TOKYO (Nikkei)–Murata Mfg. Co. (6981)and some 10 information technology firms based out of Sendai are teaming up with Tohoku University to promote the use of cloud computing to help farmers in areas ravaged by the earthquake.
The initiative is designed to help farmers who have been forced to live away from their farms due to the devastation caused by the quake and tsunami.
Sensors developed by Murata will measure a variety of factors like soil salinity, radioactivity and soil temperature, and the data will be transmitted via smartphones to a server on the Internet. Farmers will be able to access and manage the information from the cloud using software programs developed by the Sendai IT firms. The integration of software and systems on the cloud will be the job of Tohoku University.
As a first step, salinity sensors will be distributed starting in April to farmers in tsunami-flooded areas of Miyagi Prefecture who wish to continue farming. The data will be collected as a log on the Internet that will be accessible for sharing by all.
Then, from next fiscal year, experiments will begin using a variety of sensors and the cloud-computing system for outdoor farming. The farmers will have access via the cloud to information about total sunlight, temperature and humidity in their fields, which they can use to manage fertilizer usage and adjust shipment plans.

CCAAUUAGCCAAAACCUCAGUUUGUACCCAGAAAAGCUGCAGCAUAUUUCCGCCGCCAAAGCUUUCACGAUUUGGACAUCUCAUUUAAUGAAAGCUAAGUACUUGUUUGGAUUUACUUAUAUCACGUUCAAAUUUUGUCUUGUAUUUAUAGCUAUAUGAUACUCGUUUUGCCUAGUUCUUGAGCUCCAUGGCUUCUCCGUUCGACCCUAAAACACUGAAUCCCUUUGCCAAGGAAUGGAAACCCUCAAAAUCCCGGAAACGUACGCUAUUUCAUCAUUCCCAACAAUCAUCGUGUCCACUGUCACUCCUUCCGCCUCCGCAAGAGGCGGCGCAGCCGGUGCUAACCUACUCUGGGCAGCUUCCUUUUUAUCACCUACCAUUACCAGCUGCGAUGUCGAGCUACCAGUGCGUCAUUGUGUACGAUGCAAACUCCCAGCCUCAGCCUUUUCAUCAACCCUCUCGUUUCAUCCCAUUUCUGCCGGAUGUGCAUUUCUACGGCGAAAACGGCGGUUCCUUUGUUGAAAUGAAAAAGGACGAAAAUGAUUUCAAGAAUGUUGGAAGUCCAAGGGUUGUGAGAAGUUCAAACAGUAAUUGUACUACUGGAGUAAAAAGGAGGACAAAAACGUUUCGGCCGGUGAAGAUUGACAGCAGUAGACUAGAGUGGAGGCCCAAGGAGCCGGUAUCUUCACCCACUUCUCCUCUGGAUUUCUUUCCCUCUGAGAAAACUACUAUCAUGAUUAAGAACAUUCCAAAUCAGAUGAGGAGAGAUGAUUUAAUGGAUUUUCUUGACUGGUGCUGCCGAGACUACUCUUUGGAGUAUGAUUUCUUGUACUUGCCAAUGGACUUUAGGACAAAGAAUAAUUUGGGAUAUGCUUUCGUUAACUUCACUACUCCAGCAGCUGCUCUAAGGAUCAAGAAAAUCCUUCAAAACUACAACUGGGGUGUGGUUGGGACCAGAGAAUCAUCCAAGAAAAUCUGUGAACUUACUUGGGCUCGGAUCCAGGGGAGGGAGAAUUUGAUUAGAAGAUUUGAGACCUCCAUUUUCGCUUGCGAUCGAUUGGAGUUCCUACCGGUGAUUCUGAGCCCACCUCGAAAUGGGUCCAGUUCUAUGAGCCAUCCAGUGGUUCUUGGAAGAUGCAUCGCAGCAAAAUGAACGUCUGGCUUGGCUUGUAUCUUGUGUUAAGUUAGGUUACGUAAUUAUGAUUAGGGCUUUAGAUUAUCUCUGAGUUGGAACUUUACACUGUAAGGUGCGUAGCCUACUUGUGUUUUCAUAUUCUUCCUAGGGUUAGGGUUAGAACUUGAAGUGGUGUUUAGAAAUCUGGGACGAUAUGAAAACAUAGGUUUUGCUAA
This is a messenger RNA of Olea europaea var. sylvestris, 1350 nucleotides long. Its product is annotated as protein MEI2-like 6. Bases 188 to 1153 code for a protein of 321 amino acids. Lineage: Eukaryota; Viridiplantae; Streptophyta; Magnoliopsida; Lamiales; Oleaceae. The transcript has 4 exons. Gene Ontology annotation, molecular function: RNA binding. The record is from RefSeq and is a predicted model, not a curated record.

The system initially will be offered free, but the partners hope to commercialize a simple system that can help farmers pursue outdoor farming.
Many municipalities in the Tohoku region are seeking ways to revive their economies, but often the proposals are grand in scale and require large investments, such as the “plant factories” conceived by several large corporations.
This new project is different in that the goal is to develop an inexpensive system that can be used by smaller farmers to grow crops outdoors again on their own land.
(The Nikkei Jan. 21 morning edition)